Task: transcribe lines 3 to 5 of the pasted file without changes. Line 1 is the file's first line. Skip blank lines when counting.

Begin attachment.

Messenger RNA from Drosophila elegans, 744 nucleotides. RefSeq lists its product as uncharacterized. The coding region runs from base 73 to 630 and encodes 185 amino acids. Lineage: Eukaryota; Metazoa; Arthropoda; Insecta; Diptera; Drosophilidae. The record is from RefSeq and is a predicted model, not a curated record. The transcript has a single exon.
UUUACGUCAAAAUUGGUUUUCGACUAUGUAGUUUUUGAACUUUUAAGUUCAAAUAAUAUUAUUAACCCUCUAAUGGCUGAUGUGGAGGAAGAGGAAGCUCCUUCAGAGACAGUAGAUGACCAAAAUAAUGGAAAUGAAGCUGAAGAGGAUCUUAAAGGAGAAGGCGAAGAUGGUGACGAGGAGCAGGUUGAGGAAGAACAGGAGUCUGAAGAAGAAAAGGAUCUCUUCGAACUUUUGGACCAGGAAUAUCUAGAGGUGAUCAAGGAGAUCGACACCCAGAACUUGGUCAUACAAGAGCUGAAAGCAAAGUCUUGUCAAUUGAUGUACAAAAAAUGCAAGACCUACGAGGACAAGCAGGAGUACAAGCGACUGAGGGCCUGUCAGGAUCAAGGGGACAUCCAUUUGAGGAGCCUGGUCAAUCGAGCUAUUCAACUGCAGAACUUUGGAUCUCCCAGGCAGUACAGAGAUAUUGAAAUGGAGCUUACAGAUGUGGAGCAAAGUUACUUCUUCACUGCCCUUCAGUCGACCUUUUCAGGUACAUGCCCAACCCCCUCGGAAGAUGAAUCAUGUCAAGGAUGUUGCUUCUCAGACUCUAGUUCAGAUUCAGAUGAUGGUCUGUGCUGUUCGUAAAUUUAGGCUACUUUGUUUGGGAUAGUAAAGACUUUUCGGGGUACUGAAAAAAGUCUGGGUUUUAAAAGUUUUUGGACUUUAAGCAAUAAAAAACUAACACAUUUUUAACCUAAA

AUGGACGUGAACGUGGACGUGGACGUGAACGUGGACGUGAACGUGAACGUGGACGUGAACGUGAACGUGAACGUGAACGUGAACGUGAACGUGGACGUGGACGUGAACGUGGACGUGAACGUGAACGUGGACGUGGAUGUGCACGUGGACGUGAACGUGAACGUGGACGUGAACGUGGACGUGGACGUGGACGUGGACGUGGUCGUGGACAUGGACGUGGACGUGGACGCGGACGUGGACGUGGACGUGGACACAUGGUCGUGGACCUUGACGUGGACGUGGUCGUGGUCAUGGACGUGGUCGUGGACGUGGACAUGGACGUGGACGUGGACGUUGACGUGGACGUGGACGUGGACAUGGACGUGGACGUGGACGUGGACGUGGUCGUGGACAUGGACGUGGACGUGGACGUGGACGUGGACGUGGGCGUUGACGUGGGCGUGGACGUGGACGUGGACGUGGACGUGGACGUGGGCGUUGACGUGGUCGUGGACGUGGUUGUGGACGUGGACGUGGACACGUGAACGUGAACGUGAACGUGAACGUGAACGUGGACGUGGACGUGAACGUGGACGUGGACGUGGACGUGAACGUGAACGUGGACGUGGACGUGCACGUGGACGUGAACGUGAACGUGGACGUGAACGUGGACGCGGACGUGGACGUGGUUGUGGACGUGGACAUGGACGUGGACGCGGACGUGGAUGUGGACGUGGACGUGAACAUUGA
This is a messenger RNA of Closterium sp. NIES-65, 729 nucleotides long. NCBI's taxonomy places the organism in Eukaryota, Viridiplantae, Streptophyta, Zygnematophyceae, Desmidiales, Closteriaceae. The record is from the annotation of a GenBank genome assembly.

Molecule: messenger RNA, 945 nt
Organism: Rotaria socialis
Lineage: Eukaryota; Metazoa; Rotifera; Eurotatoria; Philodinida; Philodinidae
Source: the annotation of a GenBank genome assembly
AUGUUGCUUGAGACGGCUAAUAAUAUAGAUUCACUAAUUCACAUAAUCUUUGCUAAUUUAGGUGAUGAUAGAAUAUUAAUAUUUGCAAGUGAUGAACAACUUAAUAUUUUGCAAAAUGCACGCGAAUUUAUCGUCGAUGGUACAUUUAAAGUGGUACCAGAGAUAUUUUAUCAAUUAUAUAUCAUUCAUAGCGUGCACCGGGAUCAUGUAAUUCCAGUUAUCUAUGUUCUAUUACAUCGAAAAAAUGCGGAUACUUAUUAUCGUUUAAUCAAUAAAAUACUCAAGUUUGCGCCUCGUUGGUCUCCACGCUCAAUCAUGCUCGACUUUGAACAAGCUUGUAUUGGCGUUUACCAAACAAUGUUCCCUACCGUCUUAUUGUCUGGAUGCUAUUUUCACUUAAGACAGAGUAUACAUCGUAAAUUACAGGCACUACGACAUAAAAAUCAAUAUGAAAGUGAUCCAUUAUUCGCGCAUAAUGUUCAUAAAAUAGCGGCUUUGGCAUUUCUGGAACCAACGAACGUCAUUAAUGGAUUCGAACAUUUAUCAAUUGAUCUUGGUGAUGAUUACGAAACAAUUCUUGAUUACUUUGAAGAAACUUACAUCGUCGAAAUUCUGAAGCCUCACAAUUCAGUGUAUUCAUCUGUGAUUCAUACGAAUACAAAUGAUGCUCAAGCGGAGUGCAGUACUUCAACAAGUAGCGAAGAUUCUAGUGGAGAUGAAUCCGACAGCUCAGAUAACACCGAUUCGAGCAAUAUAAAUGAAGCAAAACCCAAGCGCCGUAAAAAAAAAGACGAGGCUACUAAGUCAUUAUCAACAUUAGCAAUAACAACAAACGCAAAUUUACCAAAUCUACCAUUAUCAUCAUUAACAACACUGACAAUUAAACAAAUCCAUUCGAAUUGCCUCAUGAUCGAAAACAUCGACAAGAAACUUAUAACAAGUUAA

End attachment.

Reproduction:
AUGGACGUGAACGUGGACGUGGACGUGAACGUGGACGUGAACGUGAACGUGGACGUGAACGUGAACGUGAACGUGAACGUGAACGUGAACGUGGACGUGGACGUGAACGUGGACGUGAACGUGAACGUGGACGUGGAUGUGCACGUGGACGUGAACGUGAACGUGGACGUGAACGUGGACGUGGACGUGGACGUGGACGUGGUCGUGGACAUGGACGUGGACGUGGACGCGGACGUGGACGUGGACGUGGACACAUGGUCGUGGACCUUGACGUGGACGUGGUCGUGGUCAUGGACGUGGUCGUGGACGUGGACAUGGACGUGGACGUGGACGUUGACGUGGACGUGGACGUGGACAUGGACGUGGACGUGGACGUGGACGUGGUCGUGGACAUGGACGUGGACGUGGACGUGGACGUGGACGUGGGCGUUGACGUGGGCGUGGACGUGGACGUGGACGUGGACGUGGACGUGGGCGUUGACGUGGUCGUGGACGUGGUUGUGGACGUGGACGUGGACACGUGAACGUGAACGUGAACGUGAACGUGAACGUGGACGUGGACGUGAACGUGGACGUGGACGUGGACGUGAACGUGAACGUGGACGUGGACGUGCACGUGGACGUGAACGUGAACGUGGACGUGAACGUGGACGCGGACGUGGACGUGGUUGUGGACGUGGACAUGGACGUGGACGCGGACGUGGAUGUGGACGUGGACGUGAACAUUGA
This is a messenger RNA of Closterium sp. NIES-65, 729 nucleotides long. NCBI's taxonomy places the organism in Eukaryota, Viridiplantae, Streptophyta, Zygnematophyceae, Desmidiales, Closteriaceae. The record is from the annotation of a GenBank genome assembly.

Molecule: messenger RNA, 945 nt